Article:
With the impeachment and exit of Donald Trump from the presidential stage, the Republican Party now faces a dilemma of how to define itself so that it can win back Congress and the White House. In new research Rosalyn Cooperman, Gregory Shufeldt, and Kimberly Conger find that GOP activists fit into two broad groups: Establishment Republicans who are more likely to compromise with other party members and Democrats, and Contemporary Conservatives who place policy goals above party loyalty. They write that heading into the next electoral cycle, these divisions will likely hamper cooperation within the party and chances for Congressional bipartisanship.
Now that Donald Trump has been impeached and acquitted (again), and congressional Democrats hold a slim majority over Republicans in both the House and Senate, the Republican Party finds itself at crossroads in how to define itself moving forward, particularly in the absence of a party standard bearer and high external polarization between them and the Democratic Party. Our research on a key group party activists, party delegates, sheds light how much of an appetite the party has to move on with and without Trump, find opportunities for compromise to get things done in a Congress with slim Democratic majorities, and to recruit candidates who will help them take back the Congress and/or the White House.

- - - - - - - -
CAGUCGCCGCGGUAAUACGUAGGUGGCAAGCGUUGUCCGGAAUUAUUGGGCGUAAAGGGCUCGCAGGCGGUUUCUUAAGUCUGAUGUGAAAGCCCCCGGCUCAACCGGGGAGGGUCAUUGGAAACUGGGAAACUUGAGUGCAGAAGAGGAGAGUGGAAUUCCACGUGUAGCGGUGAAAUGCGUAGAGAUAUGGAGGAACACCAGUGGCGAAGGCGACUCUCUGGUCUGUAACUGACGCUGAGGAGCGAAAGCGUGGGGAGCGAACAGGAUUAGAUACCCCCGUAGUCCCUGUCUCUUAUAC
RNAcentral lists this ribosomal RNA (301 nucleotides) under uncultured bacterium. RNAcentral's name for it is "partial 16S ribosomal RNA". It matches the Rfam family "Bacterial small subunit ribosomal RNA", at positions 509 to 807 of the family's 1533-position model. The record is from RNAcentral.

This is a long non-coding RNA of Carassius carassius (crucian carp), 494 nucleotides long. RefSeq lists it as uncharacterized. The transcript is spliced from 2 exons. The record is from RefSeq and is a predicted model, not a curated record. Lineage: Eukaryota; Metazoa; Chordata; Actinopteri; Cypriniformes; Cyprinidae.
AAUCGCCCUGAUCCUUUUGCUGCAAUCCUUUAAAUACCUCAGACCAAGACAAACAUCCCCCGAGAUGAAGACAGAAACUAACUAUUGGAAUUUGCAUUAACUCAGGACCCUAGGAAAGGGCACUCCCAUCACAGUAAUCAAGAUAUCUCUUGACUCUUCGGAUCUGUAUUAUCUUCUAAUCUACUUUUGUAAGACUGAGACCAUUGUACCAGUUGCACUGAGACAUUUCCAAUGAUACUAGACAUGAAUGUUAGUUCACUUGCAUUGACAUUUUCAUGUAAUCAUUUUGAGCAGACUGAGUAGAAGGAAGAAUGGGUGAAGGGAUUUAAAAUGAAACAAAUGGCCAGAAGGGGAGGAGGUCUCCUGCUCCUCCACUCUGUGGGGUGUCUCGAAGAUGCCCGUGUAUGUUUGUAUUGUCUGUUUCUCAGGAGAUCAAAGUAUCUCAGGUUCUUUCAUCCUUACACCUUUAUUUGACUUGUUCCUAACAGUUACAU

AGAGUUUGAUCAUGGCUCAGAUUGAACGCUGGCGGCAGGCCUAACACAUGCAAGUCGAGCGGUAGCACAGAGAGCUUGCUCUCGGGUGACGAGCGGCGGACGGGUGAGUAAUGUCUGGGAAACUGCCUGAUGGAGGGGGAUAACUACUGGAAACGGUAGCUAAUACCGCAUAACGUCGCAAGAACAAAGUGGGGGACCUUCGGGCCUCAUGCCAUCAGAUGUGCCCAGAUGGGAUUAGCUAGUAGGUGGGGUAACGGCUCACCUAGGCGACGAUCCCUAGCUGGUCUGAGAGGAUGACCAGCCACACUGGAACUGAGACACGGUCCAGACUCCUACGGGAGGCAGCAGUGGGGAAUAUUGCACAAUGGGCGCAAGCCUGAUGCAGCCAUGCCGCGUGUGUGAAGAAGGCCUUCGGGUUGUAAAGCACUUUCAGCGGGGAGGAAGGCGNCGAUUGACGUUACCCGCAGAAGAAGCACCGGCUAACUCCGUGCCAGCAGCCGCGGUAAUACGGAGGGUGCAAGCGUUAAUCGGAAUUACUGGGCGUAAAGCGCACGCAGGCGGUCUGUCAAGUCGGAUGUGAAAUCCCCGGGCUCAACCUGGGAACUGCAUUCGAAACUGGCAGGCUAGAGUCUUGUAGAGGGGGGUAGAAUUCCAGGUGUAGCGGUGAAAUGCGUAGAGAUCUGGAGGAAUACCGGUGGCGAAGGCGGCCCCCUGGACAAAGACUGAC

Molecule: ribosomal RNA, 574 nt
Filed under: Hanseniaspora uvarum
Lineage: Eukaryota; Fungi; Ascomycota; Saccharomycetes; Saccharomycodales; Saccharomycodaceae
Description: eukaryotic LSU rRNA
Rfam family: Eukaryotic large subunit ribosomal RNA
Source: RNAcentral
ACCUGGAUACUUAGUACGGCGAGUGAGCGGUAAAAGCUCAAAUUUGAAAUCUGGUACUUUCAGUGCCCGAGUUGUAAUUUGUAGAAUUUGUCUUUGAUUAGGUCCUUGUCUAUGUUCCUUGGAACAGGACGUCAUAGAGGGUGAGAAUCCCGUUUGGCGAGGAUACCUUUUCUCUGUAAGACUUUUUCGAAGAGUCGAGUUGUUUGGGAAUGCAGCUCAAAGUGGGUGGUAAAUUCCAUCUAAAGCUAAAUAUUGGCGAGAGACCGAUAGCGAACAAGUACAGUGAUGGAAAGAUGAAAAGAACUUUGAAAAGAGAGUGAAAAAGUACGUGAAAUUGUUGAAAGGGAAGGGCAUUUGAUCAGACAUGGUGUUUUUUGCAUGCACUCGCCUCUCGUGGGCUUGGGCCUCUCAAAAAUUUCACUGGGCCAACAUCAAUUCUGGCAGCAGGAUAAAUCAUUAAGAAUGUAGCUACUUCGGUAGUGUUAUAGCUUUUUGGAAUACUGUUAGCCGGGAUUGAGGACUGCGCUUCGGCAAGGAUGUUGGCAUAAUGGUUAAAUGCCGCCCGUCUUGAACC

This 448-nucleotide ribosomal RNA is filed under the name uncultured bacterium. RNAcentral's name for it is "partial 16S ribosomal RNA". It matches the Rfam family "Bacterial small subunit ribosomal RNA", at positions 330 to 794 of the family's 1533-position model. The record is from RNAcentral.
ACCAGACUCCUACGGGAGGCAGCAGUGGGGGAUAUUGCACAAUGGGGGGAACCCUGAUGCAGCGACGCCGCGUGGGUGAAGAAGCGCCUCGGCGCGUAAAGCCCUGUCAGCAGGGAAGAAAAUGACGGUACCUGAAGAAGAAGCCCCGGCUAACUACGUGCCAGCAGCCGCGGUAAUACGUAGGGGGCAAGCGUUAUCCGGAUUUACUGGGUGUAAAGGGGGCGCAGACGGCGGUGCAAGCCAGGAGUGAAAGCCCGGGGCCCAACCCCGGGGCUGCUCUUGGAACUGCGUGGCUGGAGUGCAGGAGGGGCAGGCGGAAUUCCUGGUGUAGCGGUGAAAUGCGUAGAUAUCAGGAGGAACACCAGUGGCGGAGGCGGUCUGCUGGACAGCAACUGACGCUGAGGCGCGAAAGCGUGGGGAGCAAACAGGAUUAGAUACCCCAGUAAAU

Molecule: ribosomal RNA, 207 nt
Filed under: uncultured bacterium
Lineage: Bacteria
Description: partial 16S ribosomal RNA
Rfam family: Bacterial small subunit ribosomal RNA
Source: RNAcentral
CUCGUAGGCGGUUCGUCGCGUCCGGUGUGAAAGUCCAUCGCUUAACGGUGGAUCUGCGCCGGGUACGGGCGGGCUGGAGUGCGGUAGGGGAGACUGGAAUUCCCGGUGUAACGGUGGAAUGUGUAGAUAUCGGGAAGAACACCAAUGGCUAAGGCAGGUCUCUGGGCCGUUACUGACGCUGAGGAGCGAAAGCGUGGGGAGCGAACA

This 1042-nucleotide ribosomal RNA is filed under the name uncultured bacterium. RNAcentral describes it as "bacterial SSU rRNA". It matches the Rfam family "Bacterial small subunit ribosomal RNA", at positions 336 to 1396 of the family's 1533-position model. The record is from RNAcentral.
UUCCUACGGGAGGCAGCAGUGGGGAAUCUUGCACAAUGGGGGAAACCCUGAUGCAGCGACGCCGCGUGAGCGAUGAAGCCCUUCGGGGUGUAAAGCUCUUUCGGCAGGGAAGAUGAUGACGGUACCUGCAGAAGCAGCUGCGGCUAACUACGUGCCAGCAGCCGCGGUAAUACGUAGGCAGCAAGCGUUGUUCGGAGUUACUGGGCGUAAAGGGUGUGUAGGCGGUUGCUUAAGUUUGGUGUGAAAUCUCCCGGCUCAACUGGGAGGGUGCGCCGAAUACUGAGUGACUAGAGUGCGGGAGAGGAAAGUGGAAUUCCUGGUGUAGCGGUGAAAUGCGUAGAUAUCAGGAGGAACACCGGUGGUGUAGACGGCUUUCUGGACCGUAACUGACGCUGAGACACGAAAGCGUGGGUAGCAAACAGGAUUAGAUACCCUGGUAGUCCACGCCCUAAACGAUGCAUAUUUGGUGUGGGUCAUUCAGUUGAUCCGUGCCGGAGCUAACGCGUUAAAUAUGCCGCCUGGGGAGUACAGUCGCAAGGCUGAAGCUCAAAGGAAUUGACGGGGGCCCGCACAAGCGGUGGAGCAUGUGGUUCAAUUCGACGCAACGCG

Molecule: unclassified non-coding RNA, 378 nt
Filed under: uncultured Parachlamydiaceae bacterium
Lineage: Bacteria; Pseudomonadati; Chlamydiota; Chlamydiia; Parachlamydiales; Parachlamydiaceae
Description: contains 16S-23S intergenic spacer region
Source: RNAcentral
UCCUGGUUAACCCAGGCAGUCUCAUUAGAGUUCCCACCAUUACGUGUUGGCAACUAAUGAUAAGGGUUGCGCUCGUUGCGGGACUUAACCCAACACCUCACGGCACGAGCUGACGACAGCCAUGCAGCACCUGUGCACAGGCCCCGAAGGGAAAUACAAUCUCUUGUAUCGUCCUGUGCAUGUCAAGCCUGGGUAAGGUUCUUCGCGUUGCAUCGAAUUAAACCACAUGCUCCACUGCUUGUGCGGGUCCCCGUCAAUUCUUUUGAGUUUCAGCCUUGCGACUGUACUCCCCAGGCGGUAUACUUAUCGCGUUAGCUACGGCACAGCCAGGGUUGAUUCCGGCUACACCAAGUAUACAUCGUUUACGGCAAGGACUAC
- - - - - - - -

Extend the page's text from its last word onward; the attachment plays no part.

Party activists are the bridge between candidates and voters. Every four years delegates from each party come together to formally nominate their party’s candidate for president and create the party’s policy platforms. Parties always have internal divisions, and these divisions can change, deepen, or ease, as new and returning activists get folded into the base. In our research we uncovered two distinct factions within the Republican Party activist base – Establishment Republicans, and the more populist faction that we label “Contemporary Conservatives” – that we also see among Republican officeholders and voters. Our findings about Republican Party activists may help explain how or even whether these factions negotiate and resolve their disputes.
Divisions within the party are not about issues but about goals and attachment to the party itself.